How your car’s color affects your insurance – and safety

November 11, 2013

Car convention has long dictated that insurance rates are higher for red cars; and, at first blush, the urban legend seems to make good sense. After all, aren’t flashy red Corvettes are more likely to draw attention, and therefore the eye of traffic cops? And aren’t cherry red roadsters are easier to see, and thus avoid, in dangerous nighttime driving scenarios?

Insurance companies are quick to point out that the expensive red car insurance tale is a mythic one. Online car insurance company Esurance states plainly, “While the color of your car can reflect your personal taste, it will not have a direct impact on your car insurance rate.” Yet the myth is repeated extensively; in one 2011 survey, 29% of those surveyed believed that red cars are pricier to insure.

antique ford

Believe it or not, this is what a car that’s painted for safety looks like. From DVS1mn.

What does have an impact on your insurance rate? Your driving record, claims history, credit history (in certain states), and the make, model and year of your car are all factors that come into play when car insurance companies set out to assign your rate, according to Esurance.

Insurance myths aside, is there a relationship between car color or design, and accident rate? A 2007 study led by Australia’s Monash University found that white cars had the lowest crash risk. Cars painted with colors low on the “visibility index” — specifically, black, blue, grey, green, red and silver — had higher crash risk than white cars; this is especially true, the study suggested, during daylight, where crash risk was higher for those colors.The same study suggested that a car’s color is also related to crash severity. In other words, lower-visibility colors have a higher likelihood of more severe crashes.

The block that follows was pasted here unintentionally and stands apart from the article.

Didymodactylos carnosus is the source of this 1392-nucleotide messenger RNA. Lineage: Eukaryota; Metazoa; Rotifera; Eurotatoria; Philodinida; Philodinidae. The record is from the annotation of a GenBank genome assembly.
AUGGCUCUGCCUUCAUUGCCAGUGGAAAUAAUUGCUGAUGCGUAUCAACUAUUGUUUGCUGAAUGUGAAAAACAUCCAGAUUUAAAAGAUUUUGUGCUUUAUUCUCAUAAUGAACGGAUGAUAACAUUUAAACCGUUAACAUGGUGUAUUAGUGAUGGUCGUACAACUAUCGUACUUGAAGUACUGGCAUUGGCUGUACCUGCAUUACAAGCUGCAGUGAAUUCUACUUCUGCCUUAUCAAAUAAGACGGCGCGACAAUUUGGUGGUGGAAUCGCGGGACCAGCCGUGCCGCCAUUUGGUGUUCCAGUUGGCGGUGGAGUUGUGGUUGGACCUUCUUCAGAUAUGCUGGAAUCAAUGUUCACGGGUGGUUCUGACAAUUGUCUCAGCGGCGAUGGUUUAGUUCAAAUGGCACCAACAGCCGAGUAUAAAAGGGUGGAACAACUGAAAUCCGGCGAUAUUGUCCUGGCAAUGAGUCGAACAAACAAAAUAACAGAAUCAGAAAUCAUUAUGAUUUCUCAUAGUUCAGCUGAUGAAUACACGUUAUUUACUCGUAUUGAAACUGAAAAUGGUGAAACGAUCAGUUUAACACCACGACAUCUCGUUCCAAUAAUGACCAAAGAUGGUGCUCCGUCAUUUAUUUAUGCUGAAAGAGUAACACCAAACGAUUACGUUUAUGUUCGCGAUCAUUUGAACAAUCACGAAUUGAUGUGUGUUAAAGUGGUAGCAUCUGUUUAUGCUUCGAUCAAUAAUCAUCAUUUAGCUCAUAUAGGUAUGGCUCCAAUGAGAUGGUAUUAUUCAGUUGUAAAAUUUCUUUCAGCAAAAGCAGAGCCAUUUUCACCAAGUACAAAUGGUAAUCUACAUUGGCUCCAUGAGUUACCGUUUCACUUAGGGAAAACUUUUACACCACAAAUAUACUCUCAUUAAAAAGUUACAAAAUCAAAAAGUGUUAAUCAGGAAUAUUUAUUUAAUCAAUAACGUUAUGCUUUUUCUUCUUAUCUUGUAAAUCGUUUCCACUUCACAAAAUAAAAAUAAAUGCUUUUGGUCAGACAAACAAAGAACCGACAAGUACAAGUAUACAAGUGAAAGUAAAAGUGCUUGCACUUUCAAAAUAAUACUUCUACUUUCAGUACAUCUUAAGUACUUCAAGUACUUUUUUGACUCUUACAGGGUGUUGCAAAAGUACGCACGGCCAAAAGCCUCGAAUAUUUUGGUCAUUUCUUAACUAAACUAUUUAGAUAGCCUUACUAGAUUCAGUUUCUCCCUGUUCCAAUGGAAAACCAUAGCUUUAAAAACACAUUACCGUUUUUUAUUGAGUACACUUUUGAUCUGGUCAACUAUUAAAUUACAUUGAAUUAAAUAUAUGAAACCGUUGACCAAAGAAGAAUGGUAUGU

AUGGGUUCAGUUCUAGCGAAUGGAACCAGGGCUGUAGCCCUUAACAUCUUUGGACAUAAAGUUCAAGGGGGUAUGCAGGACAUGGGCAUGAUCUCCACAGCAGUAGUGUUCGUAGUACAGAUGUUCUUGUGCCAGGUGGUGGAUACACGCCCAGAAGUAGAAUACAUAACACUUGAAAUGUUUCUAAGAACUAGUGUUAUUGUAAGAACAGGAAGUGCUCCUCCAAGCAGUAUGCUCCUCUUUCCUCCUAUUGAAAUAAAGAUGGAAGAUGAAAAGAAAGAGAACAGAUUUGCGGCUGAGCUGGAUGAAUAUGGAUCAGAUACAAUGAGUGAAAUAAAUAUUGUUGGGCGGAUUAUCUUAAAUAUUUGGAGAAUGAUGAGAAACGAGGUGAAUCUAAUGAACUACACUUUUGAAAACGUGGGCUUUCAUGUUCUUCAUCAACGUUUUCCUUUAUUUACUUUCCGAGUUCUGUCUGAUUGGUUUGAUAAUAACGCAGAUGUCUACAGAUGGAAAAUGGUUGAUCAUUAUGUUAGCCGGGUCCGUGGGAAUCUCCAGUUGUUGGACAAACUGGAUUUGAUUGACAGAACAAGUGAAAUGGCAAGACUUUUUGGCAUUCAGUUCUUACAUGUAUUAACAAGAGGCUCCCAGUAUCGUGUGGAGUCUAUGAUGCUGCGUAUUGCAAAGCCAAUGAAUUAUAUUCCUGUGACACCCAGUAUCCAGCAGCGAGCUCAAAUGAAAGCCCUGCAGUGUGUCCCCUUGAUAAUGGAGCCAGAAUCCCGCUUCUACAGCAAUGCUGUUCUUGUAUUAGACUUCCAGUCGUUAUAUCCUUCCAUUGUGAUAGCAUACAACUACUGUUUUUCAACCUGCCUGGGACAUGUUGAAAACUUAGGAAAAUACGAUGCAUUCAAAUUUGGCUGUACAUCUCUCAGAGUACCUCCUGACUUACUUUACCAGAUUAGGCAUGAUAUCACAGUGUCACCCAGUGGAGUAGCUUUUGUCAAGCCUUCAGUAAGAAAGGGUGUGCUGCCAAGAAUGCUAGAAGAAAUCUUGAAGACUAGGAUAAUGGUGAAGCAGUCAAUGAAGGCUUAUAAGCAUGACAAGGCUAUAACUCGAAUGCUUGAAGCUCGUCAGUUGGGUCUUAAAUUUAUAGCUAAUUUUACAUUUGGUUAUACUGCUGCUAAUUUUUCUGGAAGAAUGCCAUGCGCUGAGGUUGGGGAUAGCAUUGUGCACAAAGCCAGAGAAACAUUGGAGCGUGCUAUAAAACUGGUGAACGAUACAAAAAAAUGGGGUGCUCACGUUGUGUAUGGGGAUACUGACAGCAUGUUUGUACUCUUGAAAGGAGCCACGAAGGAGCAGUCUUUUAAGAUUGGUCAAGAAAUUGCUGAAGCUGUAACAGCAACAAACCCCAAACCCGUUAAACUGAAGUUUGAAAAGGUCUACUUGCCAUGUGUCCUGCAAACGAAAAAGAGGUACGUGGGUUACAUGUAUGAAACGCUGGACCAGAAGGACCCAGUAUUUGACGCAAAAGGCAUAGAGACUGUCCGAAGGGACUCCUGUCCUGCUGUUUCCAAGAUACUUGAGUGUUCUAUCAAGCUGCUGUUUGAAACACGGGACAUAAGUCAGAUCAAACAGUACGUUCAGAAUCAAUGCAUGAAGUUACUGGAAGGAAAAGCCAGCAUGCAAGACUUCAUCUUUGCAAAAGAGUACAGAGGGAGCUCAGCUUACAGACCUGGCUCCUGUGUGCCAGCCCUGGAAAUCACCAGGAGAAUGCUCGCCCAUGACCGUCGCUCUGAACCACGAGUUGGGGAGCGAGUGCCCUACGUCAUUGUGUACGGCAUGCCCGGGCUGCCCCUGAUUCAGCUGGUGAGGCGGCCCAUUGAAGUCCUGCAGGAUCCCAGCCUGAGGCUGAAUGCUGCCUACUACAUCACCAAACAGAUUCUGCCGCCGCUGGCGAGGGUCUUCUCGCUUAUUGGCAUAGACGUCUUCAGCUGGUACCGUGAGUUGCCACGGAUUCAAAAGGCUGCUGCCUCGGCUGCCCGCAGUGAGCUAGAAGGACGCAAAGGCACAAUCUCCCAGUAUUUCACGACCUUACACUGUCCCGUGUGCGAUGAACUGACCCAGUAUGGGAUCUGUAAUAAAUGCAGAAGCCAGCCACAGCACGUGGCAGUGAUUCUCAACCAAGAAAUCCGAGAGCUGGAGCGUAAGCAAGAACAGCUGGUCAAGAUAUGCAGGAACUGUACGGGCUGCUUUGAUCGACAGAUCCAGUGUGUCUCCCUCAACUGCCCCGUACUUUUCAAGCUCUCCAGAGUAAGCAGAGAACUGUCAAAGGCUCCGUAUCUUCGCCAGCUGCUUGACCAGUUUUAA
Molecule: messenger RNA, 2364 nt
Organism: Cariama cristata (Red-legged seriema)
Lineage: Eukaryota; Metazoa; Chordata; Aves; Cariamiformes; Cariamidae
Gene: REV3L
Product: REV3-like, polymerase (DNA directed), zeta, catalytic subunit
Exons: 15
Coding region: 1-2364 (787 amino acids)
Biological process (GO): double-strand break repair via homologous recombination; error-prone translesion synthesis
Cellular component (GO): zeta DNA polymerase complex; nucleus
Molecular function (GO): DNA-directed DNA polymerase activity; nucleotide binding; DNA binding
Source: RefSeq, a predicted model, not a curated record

Further research suggests that black cars are the most dangerous, as they tend to be blend into the background or traffic; during daylight, black cars were found to be up to 12% more likely to be in crashes than white cars. During dawn and dusk, they were 47% more likely to be involved in crashes Grey and silver cars were the next most dangerous, then red and blue. The study also suggests that it’s possible (though not proven) that orange cars are even safer than white ones.

Red 1979 Ford Fairlane Futura

Contrary to popular belief, this car’s driver doesn’t pay any more for insurance just because it’s a snazzy, red 1979 Ford Fairlane Futura. From DVS1mn.

Still, other factors are more important than car color alone: light conditions and the type of car exert a more significant impact on crash risk than car color alone. Color can play a role in accidents, but not necessarily a major one. As Dr. Stuart Newstead told the Daily Mail, “Whilst campaigns to modify vehicle color choice could alter the crash risk for the fleet, color is a much less influential crash risk modifier than behavioral traits such as drink-driving, and speeding.”

If you’re choosing a car color, you can’t go wrong with white: In addition to being one of the safest colors, it was also recently named as the world’s favorite car color choice for the third year running, according to the CS Monitor. PPG Industries, a major auto paint company, found that in North America, white led with 21%, followed by black at 19%, gray at 17%, and silver at 15%. And at least in this case, the old saw holds true: Sports cars, according to PPG, are usually red or blue, while minivans are more likely to be gold or beige.

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Category: Automotive, Resources, Road safety

About the Author ()

Katy is a writer, reporter and editor who, in addition to writing for RoadTrafficSigns, has worked with the United Nations Development Programme, Hamptons magazine, Hearst Corporation, The Daily Mail, People Magazine, and a variety of other publications and nonprofits. After graduating with honors from the Columbia University Graduate School of Journalism in 2011, and distinctions on her thesis and in the consumer journalism seminar, she moved to Milan, Italy. In Italy, she worked as a writer and consultant for an international magazine, editing and translating text and reporting on such events as the Salone Internazionale del Mobile, the annual design fair. A born and raised New Yorker, she has lived in three of five boroughs, relying quite a bit on public transport until getting her driver's license at the admittedly belated age of 21.

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